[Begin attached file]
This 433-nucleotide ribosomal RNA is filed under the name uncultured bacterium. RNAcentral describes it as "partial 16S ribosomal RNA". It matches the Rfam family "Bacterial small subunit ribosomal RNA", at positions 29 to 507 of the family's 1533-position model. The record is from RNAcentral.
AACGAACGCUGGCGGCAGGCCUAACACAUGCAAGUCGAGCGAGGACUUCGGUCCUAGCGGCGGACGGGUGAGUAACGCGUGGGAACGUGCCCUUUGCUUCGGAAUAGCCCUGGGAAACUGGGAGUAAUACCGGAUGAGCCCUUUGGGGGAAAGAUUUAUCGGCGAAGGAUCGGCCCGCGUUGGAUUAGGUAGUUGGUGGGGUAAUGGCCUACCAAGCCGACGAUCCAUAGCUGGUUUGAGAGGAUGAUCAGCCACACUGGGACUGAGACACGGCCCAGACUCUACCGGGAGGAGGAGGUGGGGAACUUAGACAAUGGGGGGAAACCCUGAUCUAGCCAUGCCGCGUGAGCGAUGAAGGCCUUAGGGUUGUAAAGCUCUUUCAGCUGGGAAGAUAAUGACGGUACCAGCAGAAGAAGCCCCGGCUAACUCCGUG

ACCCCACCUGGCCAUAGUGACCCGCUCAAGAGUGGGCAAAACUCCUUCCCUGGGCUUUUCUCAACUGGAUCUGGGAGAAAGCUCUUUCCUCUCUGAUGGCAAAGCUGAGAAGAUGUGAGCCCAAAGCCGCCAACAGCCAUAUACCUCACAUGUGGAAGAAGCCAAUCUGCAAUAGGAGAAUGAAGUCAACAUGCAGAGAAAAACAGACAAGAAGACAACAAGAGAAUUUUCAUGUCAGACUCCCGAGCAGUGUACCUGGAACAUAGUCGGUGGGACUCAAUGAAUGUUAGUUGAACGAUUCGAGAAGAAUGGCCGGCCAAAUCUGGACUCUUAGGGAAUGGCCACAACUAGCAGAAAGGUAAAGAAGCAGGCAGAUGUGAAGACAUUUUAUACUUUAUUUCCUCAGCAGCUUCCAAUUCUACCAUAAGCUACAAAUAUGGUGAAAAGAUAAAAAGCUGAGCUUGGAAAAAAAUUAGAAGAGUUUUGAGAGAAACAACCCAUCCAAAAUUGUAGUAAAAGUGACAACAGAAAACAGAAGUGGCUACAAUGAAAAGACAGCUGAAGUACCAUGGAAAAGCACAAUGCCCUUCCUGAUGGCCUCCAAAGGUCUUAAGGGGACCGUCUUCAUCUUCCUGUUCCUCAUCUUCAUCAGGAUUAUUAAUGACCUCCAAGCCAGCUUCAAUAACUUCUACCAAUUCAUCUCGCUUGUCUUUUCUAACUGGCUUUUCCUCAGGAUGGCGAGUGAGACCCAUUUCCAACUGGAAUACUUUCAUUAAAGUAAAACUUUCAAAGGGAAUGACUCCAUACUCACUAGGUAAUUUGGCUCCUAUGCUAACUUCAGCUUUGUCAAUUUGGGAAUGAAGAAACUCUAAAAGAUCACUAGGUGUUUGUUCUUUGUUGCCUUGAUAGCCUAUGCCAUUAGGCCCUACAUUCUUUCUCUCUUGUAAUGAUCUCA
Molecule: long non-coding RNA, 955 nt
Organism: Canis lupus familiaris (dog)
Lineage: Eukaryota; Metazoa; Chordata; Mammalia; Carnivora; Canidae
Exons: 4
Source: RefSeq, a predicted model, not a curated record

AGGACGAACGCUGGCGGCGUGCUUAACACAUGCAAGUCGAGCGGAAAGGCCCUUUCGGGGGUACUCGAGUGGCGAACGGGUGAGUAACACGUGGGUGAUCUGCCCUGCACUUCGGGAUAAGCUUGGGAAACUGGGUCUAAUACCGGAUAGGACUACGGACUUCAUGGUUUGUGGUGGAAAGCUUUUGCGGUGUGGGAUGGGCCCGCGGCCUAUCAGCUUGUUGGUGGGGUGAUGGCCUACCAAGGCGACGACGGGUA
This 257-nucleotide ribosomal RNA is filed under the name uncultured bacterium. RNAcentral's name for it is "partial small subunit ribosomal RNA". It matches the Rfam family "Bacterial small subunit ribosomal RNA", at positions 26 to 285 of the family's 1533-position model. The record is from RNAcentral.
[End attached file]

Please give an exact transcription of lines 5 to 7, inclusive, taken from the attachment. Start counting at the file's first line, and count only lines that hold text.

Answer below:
Organism: Canis lupus familiaris (dog)
Lineage: Eukaryota; Metazoa; Chordata; Mammalia; Carnivora; Canidae
Exons: 4